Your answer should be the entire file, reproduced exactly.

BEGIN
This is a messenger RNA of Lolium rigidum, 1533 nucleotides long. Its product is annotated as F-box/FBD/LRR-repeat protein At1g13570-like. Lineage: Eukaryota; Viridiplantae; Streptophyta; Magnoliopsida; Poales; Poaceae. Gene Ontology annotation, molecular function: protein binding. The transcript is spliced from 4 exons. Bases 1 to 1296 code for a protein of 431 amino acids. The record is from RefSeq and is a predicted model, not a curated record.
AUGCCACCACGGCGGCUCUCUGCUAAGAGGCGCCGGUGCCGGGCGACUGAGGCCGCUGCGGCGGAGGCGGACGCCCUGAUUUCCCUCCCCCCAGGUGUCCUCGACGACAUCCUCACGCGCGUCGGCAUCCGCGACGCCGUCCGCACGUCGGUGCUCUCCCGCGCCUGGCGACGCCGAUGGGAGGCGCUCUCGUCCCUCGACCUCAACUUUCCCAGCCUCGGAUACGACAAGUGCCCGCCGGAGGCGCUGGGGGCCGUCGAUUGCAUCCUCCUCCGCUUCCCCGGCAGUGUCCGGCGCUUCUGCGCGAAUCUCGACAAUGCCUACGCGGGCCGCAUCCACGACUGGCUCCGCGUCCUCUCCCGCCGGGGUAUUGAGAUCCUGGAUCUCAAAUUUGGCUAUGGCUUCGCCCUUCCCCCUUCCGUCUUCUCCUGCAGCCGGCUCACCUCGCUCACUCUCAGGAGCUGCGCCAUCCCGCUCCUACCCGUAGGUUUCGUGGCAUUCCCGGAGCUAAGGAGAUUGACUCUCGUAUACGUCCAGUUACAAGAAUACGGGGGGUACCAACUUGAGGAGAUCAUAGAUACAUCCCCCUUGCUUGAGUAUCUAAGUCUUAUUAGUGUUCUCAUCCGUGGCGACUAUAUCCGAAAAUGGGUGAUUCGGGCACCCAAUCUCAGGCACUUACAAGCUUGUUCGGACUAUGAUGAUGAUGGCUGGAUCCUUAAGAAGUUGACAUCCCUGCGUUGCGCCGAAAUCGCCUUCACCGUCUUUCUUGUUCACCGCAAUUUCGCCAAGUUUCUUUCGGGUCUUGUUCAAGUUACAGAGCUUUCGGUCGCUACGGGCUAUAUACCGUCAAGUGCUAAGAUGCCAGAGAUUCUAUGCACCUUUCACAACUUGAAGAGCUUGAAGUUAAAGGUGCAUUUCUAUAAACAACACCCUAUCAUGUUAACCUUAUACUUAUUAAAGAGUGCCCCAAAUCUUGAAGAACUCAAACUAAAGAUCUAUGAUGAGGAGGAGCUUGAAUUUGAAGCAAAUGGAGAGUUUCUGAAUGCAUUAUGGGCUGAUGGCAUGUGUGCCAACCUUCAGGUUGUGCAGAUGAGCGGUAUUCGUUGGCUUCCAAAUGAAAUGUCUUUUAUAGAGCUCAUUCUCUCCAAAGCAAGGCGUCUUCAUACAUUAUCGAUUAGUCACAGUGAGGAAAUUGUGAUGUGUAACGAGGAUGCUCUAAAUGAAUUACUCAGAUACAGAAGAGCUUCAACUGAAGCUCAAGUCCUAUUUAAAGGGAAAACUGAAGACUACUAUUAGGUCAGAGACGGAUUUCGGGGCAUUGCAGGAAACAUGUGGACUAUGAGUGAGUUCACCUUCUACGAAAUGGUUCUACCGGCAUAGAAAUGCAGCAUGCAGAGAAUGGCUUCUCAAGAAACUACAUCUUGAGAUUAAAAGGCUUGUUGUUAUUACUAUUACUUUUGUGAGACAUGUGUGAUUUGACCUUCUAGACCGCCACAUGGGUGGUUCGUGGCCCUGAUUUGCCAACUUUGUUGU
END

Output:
This is a messenger RNA of Lolium rigidum, 1533 nucleotides long. Its product is annotated as F-box/FBD/LRR-repeat protein At1g13570-like. Lineage: Eukaryota; Viridiplantae; Streptophyta; Magnoliopsida; Poales; Poaceae. Gene Ontology annotation, molecular function: protein binding. The transcript is spliced from 4 exons. Bases 1 to 1296 code for a protein of 431 amino acids. The record is from RefSeq and is a predicted model, not a curated record.
AUGCCACCACGGCGGCUCUCUGCUAAGAGGCGCCGGUGCCGGGCGACUGAGGCCGCUGCGGCGGAGGCGGACGCCCUGAUUUCCCUCCCCCCAGGUGUCCUCGACGACAUCCUCACGCGCGUCGGCAUCCGCGACGCCGUCCGCACGUCGGUGCUCUCCCGCGCCUGGCGACGCCGAUGGGAGGCGCUCUCGUCCCUCGACCUCAACUUUCCCAGCCUCGGAUACGACAAGUGCCCGCCGGAGGCGCUGGGGGCCGUCGAUUGCAUCCUCCUCCGCUUCCCCGGCAGUGUCCGGCGCUUCUGCGCGAAUCUCGACAAUGCCUACGCGGGCCGCAUCCACGACUGGCUCCGCGUCCUCUCCCGCCGGGGUAUUGAGAUCCUGGAUCUCAAAUUUGGCUAUGGCUUCGCCCUUCCCCCUUCCGUCUUCUCCUGCAGCCGGCUCACCUCGCUCACUCUCAGGAGCUGCGCCAUCCCGCUCCUACCCGUAGGUUUCGUGGCAUUCCCGGAGCUAAGGAGAUUGACUCUCGUAUACGUCCAGUUACAAGAAUACGGGGGGUACCAACUUGAGGAGAUCAUAGAUACAUCCCCCUUGCUUGAGUAUCUAAGUCUUAUUAGUGUUCUCAUCCGUGGCGACUAUAUCCGAAAAUGGGUGAUUCGGGCACCCAAUCUCAGGCACUUACAAGCUUGUUCGGACUAUGAUGAUGAUGGCUGGAUCCUUAAGAAGUUGACAUCCCUGCGUUGCGCCGAAAUCGCCUUCACCGUCUUUCUUGUUCACCGCAAUUUCGCCAAGUUUCUUUCGGGUCUUGUUCAAGUUACAGAGCUUUCGGUCGCUACGGGCUAUAUACCGUCAAGUGCUAAGAUGCCAGAGAUUCUAUGCACCUUUCACAACUUGAAGAGCUUGAAGUUAAAGGUGCAUUUCUAUAAACAACACCCUAUCAUGUUAACCUUAUACUUAUUAAAGAGUGCCCCAAAUCUUGAAGAACUCAAACUAAAGAUCUAUGAUGAGGAGGAGCUUGAAUUUGAAGCAAAUGGAGAGUUUCUGAAUGCAUUAUGGGCUGAUGGCAUGUGUGCCAACCUUCAGGUUGUGCAGAUGAGCGGUAUUCGUUGGCUUCCAAAUGAAAUGUCUUUUAUAGAGCUCAUUCUCUCCAAAGCAAGGCGUCUUCAUACAUUAUCGAUUAGUCACAGUGAGGAAAUUGUGAUGUGUAACGAGGAUGCUCUAAAUGAAUUACUCAGAUACAGAAGAGCUUCAACUGAAGCUCAAGUCCUAUUUAAAGGGAAAACUGAAGACUACUAUUAGGUCAGAGACGGAUUUCGGGGCAUUGCAGGAAACAUGUGGACUAUGAGUGAGUUCACCUUCUACGAAAUGGUUCUACCGGCAUAGAAAUGCAGCAUGCAGAGAAUGGCUUCUCAAGAAACUACAUCUUGAGAUUAAAAGGCUUGUUGUUAUUACUAUUACUUUUGUGAGACAUGUGUGAUUUGACCUUCUAGACCGCCACAUGGGUGGUUCGUGGCCCUGAUUUGCCAACUUUGUUGU